Kenichi Ohame looks ahead to the future of business in the age of the Internet and sees a rapidly changing landscape -- one to which we must adapt or face the consequences. Ohame unveils this new economy's four basic forces and shows how a dramatic and volatile battleground is forming between companies and the countries that try to regulate them.
Just as The Borderless World foresaw a globally interlinked economy, The Invisible Continent maps out the coming technological revolutions and the impact they will have on the businesses around the world. A must read for anyone seeking to attain and keep a competitive advantage in today's markets, The Invisible Continent is a "timely, well-written, and well-organized book" (Library Journal).
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Kenichi Ohmae's invisible continent is a moving, unbounded world, consisting of four dimensions: There's what you can see (old economy commerce, like bricks-and-mortar retail); a borderless world in which capital moves around, chasing the best products and the highest investment returns regardless of national origin; the cyber-world, which has changed not only the way we do business but the way we interact on a personal level; and the high multiples awarded to new economy stocks, which are the basis of not only present wealth but what anyone with a retirement plan hopes will be future comfort.
By Ohmae's reckoning, the invisible continent was born in 1985. Microsoft released Windows 1.0, CNN launched, Cisco Systems began, the first Gateway 2000 computers were shipped, and companies like Sun Microsystems and Dell were in their infancies. Back then, the economic outlook was gloomy and few saw this embryonic continent forming. Now, of course, it affects virtually every business. Ohmae throws his arms around the entire continent and looks at how decisions are made on the invisible continent (the "platforms," which are created by businesses rather than governments), how money moves around the globe, how old-economy monoliths can become new economy Godzillas, and even how all of it might collapse. (Imagine that the Euro overtakes the dollar as the currency of choice; arbitrageurs "short" American currency; inflation soars; the stock market crashes.) The Invisible Continent is a bold and visionary attempt to not only explain the present, but project the future. (Bill Gates as U.N. secretary-general? It could happen.) The possibilities he raises--good and bad--are equally mind-blowing. More important are the practical questions that arise: Who's running this new continent? To what end? And for whom? We'll have to wait and see what the real answers are. But for now, Ohmae's speculation is nothing short of fascinating. --Lou SchulerAbout the Author:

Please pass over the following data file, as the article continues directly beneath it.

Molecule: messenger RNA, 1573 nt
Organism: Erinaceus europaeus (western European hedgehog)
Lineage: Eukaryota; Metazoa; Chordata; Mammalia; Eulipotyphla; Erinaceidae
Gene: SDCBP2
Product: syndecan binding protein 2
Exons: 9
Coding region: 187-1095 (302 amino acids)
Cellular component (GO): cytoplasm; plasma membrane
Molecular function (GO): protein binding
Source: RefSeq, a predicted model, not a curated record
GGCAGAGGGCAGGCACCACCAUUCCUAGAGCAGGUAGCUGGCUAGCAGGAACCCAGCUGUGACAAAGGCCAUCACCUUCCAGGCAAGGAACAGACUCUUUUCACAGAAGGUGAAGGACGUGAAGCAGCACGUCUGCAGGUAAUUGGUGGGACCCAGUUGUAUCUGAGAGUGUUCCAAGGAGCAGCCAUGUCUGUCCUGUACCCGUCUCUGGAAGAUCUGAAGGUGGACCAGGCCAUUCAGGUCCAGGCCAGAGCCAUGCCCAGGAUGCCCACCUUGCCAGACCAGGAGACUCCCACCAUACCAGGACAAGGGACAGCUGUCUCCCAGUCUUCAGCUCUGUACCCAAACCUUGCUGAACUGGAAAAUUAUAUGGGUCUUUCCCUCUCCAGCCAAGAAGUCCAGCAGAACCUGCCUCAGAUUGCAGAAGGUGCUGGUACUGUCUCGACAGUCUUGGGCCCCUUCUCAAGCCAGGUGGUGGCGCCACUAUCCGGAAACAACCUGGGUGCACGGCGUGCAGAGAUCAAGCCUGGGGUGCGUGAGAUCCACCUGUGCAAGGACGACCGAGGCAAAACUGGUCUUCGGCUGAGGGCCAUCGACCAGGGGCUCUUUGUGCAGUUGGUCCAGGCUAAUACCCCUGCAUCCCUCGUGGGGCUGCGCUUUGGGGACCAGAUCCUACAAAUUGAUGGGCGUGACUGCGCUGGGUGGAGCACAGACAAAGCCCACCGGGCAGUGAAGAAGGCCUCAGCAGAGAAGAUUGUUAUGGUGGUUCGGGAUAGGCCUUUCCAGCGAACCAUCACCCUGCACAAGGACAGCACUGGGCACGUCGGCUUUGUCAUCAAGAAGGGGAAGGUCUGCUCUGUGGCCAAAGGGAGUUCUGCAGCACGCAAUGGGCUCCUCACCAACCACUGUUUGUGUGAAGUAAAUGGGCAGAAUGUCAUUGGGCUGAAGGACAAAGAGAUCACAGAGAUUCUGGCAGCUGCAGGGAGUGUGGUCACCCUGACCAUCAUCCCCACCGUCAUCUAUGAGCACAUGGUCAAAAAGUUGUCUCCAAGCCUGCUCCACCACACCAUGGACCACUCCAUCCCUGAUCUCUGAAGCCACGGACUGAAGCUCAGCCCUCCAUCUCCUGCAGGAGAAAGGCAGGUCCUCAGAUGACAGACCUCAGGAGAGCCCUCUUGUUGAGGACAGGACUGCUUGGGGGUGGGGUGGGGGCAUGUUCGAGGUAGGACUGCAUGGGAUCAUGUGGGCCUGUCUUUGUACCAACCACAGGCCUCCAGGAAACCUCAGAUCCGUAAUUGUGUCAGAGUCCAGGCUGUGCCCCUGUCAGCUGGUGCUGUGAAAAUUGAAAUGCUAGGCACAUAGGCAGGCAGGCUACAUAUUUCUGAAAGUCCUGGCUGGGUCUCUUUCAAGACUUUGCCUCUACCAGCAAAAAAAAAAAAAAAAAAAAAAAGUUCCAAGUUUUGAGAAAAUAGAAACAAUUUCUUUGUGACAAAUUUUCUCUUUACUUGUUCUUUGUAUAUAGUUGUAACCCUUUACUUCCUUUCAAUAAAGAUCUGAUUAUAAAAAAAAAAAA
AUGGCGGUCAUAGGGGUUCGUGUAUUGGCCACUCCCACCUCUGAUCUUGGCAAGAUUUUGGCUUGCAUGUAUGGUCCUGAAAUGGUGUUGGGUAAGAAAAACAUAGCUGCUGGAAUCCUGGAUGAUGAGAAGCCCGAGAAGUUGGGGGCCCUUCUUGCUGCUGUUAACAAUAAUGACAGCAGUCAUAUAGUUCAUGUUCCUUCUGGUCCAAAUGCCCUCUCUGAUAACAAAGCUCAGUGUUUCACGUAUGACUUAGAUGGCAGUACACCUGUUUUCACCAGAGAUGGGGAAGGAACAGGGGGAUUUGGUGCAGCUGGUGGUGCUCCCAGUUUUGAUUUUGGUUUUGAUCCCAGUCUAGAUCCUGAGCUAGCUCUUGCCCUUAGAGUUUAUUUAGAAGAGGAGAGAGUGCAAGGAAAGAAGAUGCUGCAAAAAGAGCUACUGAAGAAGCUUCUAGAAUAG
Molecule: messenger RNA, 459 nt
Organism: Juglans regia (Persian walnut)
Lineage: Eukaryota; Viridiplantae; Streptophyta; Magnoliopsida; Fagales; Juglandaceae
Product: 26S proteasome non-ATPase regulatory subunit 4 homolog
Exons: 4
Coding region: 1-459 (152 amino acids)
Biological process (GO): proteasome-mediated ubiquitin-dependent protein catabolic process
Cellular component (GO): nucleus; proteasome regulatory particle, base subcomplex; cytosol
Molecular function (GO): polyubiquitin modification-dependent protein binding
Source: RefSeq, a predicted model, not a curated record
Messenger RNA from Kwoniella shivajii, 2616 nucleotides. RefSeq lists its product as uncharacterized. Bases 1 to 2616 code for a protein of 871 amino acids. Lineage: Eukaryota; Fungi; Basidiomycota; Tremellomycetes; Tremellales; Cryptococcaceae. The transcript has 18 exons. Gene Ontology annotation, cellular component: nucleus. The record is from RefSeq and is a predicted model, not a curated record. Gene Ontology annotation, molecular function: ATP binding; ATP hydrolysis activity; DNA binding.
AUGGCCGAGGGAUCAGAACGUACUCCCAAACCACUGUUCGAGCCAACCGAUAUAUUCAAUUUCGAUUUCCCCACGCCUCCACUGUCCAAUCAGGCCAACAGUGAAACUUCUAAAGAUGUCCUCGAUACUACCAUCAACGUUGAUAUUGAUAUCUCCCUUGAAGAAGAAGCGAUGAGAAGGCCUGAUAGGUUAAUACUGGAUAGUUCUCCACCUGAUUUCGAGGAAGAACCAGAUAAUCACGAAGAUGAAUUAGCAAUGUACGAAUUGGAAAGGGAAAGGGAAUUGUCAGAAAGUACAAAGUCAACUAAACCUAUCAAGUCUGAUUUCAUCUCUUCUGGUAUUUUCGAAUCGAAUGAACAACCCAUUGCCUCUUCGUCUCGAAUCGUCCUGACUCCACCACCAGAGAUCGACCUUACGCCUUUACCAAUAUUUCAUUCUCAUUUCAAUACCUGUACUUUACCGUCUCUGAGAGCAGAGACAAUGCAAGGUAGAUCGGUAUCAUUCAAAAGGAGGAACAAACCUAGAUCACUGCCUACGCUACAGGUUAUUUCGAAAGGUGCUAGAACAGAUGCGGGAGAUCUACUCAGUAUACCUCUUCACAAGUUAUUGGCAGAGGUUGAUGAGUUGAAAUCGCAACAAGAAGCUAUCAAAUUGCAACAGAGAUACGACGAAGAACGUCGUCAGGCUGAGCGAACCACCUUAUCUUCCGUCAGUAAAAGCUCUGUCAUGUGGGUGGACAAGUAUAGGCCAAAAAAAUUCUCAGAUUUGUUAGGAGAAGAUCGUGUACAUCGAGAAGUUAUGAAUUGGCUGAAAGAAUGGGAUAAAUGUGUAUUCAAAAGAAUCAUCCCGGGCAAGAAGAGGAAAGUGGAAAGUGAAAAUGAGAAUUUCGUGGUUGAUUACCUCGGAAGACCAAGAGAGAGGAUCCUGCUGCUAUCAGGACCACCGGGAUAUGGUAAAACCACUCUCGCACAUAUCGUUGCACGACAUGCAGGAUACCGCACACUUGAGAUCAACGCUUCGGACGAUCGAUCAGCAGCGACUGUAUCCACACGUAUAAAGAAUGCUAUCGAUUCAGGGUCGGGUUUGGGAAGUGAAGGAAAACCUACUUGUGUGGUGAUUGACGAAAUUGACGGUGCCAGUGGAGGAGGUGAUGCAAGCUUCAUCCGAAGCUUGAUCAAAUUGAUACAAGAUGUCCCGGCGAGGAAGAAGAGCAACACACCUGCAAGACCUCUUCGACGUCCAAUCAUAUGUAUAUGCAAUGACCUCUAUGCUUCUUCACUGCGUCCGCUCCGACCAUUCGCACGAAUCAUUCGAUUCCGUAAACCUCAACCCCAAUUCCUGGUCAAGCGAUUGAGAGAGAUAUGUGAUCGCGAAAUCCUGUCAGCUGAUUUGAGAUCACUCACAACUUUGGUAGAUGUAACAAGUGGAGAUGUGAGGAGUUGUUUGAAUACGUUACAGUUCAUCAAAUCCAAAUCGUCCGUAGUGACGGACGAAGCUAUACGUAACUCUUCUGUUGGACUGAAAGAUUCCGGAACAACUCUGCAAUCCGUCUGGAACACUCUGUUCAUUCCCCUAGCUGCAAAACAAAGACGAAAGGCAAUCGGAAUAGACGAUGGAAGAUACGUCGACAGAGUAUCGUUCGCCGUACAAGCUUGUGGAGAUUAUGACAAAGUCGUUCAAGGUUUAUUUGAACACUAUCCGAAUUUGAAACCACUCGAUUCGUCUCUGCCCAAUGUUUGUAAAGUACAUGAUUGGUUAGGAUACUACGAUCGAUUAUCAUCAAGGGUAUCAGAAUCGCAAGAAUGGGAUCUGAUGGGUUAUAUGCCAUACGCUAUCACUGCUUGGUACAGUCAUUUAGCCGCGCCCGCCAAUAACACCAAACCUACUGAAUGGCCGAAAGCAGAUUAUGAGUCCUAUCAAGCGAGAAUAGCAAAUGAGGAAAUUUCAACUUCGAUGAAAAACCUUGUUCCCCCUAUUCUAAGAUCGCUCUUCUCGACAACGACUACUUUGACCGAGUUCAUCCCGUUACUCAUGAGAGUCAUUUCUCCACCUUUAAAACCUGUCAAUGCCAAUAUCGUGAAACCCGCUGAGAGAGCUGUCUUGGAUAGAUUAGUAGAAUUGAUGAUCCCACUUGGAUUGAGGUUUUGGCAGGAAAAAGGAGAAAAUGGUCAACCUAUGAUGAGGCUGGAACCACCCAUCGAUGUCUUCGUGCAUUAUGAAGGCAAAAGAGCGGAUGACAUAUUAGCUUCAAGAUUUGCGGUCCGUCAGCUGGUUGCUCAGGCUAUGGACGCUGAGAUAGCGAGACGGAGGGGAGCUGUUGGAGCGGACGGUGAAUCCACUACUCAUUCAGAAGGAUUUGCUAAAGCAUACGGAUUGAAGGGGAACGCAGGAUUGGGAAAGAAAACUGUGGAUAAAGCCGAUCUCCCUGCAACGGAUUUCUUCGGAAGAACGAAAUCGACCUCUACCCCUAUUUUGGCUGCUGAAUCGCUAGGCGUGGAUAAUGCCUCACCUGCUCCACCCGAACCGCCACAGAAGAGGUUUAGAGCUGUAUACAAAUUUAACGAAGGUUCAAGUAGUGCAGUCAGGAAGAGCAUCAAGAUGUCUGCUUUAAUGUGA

Kenichi Ohmae is a Tokyo-based top corporate strategist and adviser to governments around the world. The former director of McKinsey & Company and chairman of its Asia Pacific operations, he is a speaker, educator, entrepreneur, and author of seventy books. He writes frequently for the Wall Street Journal, New York Times, Newsweek, Harvard Business Review, Washington Post, Japan Times, and other publications.
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